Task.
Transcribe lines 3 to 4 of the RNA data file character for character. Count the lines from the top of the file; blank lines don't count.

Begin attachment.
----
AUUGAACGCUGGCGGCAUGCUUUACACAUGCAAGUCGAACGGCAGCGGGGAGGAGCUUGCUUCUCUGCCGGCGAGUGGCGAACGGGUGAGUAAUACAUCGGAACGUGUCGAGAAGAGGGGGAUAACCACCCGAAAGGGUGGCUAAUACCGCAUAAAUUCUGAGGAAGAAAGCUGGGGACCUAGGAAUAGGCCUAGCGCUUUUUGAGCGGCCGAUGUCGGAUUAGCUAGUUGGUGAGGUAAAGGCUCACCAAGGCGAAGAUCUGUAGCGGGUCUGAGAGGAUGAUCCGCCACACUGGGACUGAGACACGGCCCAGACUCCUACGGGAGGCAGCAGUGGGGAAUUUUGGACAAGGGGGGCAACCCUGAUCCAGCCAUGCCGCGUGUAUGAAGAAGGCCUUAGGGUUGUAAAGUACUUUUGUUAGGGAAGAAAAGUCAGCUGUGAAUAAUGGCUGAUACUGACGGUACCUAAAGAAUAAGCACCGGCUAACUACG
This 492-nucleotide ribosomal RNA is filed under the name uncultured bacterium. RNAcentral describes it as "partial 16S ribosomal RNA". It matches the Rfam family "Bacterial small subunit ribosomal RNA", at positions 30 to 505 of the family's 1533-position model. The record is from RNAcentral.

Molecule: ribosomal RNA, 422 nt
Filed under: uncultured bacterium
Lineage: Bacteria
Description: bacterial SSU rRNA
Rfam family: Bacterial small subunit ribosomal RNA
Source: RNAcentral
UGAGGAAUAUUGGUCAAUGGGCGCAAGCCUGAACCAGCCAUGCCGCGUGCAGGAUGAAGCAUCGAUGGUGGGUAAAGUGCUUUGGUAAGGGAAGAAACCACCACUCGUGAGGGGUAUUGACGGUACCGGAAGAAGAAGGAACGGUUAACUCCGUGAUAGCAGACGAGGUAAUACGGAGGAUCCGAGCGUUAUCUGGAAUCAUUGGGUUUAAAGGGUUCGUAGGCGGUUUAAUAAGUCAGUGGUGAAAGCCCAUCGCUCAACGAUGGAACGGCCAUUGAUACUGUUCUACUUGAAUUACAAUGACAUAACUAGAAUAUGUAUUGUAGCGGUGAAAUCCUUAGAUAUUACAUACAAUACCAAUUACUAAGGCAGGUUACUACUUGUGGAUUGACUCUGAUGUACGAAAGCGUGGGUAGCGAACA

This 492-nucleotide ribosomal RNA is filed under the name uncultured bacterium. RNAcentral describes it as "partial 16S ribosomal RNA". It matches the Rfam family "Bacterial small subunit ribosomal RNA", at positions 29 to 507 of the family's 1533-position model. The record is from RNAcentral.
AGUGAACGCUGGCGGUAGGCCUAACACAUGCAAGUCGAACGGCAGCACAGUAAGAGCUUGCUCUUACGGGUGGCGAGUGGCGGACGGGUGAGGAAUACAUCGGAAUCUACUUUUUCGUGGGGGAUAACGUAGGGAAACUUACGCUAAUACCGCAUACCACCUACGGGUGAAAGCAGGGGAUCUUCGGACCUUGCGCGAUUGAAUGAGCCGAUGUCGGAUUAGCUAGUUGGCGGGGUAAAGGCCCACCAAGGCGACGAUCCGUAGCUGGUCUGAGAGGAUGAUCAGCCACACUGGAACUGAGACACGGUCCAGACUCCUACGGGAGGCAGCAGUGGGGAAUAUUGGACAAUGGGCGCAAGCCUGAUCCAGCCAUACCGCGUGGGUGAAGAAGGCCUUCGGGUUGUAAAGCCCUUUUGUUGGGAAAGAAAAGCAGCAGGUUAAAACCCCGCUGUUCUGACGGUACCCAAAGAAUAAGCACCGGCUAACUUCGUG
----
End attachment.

Molecule: ribosomal RNA, 422 nt
Filed under: uncultured bacterium